<analogy>When I was growing up, we all wore armor and carried our swords with us. We were taught the responsibility of using our swords properly and to never harm the innocent. And we were taught just how powerful and dangerous our swords were. But we were also taught that if some bully came along to attack us with their swords, then our armor was strong enough to withstand it, and we were skilled enough with our own swords to defend ourselves.

Today, children are not given armor or swords. They’re taught that swords are bad, and that everyone should wave flowers at each other, brushing their bare skin in such a way as to make them feel loved and important. They don’t know how powerful and dangerous swords are. They don’t know how to use them properly and are not skilled enough to use a sword to defend themselves. Then along comes the bully with his SWORD, wielding it like a Neanderthal, having never been taught anything about its power and danger either,  and drunk with the tantalizing sensation of having a weapon nobody else knows how to use…and the bullies chop the innocents to pieces as they cower in the grass, waving their flowers at the bully to go away.

And you know what I have to say about that? Stop whining that the bully found a sword…because bullies will ALWAYS BE CARRYING SWORDS…put on some armor, learn to wield your own sword, and stand up for yourself.</analogy>

People only have as much power over you as you allow. We need to stop allowing the words of other people to have power over us. We need to learn what it means to grow a thick skin again. We need to take our hearts off our sleeves and learn how to defend and protect our emotions. We need to realize that WE ALONE can define ourselves, and stop letting other people’s definitions of who we are affect our well-being. And whether it’s true or not, we need to teach our children that “sticks and stones may break my bones, but words will never hurt me,” because at the very least it will help equip them to process harmful words in a way that doesn’t make them an instant victim. And if they aren’t an instant victim, the bully loses words as an effective weapon.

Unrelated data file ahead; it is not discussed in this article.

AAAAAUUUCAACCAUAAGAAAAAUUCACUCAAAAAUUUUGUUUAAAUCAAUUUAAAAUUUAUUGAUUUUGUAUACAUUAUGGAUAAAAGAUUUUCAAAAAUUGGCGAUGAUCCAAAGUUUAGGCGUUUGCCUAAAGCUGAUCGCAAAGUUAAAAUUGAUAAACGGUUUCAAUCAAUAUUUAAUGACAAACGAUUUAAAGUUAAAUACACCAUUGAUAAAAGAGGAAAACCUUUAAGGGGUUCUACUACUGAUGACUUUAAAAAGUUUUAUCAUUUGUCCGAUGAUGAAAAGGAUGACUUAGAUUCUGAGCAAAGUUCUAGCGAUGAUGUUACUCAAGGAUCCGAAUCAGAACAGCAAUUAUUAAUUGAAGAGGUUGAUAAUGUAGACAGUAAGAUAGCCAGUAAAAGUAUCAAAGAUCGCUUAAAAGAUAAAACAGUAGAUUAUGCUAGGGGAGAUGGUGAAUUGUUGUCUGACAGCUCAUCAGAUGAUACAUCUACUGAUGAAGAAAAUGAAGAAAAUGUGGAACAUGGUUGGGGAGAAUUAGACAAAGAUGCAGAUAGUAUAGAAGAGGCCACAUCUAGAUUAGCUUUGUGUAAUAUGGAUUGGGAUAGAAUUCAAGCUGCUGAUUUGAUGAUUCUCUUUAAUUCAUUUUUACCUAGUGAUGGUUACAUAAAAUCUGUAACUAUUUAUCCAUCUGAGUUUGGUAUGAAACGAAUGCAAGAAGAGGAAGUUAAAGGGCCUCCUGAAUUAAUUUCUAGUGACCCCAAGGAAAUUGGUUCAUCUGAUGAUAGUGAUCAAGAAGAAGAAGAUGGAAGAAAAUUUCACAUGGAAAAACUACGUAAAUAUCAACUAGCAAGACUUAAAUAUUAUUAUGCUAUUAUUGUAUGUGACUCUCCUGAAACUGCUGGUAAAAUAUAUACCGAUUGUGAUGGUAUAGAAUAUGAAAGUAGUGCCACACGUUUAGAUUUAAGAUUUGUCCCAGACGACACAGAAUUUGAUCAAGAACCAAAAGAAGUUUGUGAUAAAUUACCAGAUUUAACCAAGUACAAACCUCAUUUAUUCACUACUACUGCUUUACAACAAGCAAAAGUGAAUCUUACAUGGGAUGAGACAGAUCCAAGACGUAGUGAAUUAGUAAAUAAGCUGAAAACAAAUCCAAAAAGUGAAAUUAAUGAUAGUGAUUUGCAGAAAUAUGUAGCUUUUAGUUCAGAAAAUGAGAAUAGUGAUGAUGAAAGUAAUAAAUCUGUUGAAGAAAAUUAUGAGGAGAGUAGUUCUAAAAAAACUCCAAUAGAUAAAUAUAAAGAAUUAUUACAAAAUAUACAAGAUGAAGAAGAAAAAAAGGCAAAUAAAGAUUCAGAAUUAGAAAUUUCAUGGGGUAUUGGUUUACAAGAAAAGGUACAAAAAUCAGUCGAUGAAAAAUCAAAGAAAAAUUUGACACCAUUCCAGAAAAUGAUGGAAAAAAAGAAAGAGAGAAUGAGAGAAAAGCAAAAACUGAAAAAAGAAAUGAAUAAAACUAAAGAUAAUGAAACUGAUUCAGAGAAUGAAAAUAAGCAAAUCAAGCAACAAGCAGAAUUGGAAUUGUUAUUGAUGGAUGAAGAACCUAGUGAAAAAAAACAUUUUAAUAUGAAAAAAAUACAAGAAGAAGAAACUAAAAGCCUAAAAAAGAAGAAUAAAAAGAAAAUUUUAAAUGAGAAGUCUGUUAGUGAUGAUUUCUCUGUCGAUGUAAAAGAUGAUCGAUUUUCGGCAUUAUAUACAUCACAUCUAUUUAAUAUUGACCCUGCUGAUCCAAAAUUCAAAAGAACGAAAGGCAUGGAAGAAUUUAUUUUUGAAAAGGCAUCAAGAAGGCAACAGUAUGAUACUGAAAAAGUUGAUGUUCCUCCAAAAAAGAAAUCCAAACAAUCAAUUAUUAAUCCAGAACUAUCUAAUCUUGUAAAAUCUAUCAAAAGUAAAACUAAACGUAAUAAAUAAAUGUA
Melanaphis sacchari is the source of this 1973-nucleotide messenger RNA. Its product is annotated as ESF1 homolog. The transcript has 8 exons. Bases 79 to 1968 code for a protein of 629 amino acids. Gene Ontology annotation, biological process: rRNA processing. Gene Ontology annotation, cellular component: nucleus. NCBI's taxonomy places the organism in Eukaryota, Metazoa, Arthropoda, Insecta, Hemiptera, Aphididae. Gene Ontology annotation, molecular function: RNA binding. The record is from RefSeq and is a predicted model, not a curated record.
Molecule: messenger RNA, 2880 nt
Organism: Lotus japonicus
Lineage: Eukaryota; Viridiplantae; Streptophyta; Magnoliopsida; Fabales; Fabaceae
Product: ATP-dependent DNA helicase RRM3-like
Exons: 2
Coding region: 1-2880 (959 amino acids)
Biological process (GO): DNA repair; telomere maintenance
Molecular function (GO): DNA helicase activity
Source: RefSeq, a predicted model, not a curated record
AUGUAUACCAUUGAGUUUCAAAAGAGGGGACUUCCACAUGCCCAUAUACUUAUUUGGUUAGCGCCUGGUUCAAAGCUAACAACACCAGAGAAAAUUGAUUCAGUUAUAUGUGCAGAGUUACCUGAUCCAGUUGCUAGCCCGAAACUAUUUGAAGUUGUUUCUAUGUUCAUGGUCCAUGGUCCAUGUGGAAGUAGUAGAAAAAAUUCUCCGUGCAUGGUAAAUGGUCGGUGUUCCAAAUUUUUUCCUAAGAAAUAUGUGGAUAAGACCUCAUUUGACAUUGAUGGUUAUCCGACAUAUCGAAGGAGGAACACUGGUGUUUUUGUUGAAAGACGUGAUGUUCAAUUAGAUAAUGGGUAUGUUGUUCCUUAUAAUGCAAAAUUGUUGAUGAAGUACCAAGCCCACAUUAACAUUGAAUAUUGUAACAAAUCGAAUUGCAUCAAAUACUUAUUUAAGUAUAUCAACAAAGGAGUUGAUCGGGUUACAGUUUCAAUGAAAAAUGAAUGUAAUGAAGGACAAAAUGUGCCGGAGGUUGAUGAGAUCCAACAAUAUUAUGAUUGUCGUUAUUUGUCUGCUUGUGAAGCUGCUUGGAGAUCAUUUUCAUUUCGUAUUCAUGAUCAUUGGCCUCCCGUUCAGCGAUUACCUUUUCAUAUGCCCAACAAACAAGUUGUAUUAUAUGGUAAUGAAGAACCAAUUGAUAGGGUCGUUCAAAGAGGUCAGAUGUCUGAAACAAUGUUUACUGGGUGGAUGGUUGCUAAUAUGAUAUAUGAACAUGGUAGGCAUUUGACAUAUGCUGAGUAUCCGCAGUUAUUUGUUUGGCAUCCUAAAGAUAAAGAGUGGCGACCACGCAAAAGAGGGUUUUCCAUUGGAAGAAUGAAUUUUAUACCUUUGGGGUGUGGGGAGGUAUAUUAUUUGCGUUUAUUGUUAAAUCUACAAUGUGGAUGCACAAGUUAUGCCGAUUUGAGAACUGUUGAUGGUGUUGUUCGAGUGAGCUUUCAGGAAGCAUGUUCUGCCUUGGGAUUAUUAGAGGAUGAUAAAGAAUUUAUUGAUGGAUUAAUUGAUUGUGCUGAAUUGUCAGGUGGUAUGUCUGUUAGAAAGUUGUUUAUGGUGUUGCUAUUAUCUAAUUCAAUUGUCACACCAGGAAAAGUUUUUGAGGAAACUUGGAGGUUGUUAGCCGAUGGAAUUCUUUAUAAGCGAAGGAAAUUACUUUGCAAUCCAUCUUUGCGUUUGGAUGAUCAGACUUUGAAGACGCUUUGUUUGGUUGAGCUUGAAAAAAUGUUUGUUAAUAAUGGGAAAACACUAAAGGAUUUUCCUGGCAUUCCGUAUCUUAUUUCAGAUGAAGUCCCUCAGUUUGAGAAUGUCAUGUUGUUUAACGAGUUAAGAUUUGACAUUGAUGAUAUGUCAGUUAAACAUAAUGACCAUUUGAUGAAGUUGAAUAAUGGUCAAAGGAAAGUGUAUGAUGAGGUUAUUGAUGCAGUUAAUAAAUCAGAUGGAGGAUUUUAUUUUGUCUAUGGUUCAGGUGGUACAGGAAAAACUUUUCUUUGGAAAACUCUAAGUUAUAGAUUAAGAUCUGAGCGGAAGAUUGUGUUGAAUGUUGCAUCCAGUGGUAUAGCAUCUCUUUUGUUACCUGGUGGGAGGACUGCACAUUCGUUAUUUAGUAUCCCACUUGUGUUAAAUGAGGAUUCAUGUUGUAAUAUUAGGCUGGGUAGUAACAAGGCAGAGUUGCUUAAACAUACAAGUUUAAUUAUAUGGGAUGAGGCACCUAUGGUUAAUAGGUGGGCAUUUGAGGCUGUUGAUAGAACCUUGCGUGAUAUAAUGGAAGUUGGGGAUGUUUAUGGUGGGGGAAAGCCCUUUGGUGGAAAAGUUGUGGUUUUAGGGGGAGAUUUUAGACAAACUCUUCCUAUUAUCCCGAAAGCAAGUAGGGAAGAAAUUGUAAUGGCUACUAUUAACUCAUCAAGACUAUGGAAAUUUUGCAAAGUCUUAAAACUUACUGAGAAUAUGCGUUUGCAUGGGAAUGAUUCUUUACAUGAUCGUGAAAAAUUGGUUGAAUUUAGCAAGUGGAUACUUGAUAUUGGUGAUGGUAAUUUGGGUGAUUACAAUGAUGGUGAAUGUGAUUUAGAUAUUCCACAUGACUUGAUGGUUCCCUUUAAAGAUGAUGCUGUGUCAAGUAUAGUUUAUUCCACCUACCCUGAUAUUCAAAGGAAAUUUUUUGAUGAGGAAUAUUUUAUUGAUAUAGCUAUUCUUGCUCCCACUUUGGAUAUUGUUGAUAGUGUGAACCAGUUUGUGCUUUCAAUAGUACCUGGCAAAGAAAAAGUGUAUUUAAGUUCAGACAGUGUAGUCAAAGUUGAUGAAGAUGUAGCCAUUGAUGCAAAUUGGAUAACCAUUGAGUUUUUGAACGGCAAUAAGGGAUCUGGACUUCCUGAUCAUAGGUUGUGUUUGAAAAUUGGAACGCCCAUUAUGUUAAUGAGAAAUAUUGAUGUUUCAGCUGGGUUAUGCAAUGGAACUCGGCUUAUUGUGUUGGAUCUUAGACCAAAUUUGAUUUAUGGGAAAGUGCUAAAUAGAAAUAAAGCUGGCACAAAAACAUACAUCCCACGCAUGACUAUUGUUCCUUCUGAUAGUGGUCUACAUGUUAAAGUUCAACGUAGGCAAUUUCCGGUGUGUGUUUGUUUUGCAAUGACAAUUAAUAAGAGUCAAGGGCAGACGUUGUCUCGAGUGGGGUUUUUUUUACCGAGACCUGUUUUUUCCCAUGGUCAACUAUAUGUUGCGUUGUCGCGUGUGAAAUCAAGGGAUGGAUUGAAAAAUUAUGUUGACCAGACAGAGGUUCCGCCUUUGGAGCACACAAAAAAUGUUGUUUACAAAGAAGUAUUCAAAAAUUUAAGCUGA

Bullying and verbal/mental abuse is a serious thing. But it need not paralyze our society.

One other article I would like to reference. In Auckland, New Zealand, a school has lifted many of the rules and restrictions for the children during recess. They are allowing them to fight back, take risks, and play games that most consider dangerous. The surprising result is this…when kids take risks and play dangerous games, they become more aware of the mortality of those dangers…resulting in LESS playground injuries. And when kids are allowed to stand up and fight back against bullies, suddenly there is LESS bullying.

If we want to stop the epidemic of bullying and verbal abuse that seems to be paralyzing our society, then we need to begin teaching people how to wear armor again, how to wield swords again, and how to stand up for the right to retain the power to define oneself instead of cowering on the ground as some bully uses words to destroy us.

I for one grew up not being THAT victim. I will not be THAT victim in the future. And I plan to teach my children not to be THAT victim ever.



1 thought on “Grow a thick skin…please!”

  1. Fantastic post, Keven. Thank you for speaking up and for painting a picture that makes it so clear.

    “Stop whining that the bully found a sword…because bullies will ALWAYS BE CARRYING SWORDS…”

    Exactly! Learn to defend yourself and those who cannot defend themselves. Pretty soon bullies won’t find the victims they’re looking for, and maybe they’ll even have a chance to grow up and try some healthy approaches to life with others. (What can I say, I’m an optimist.)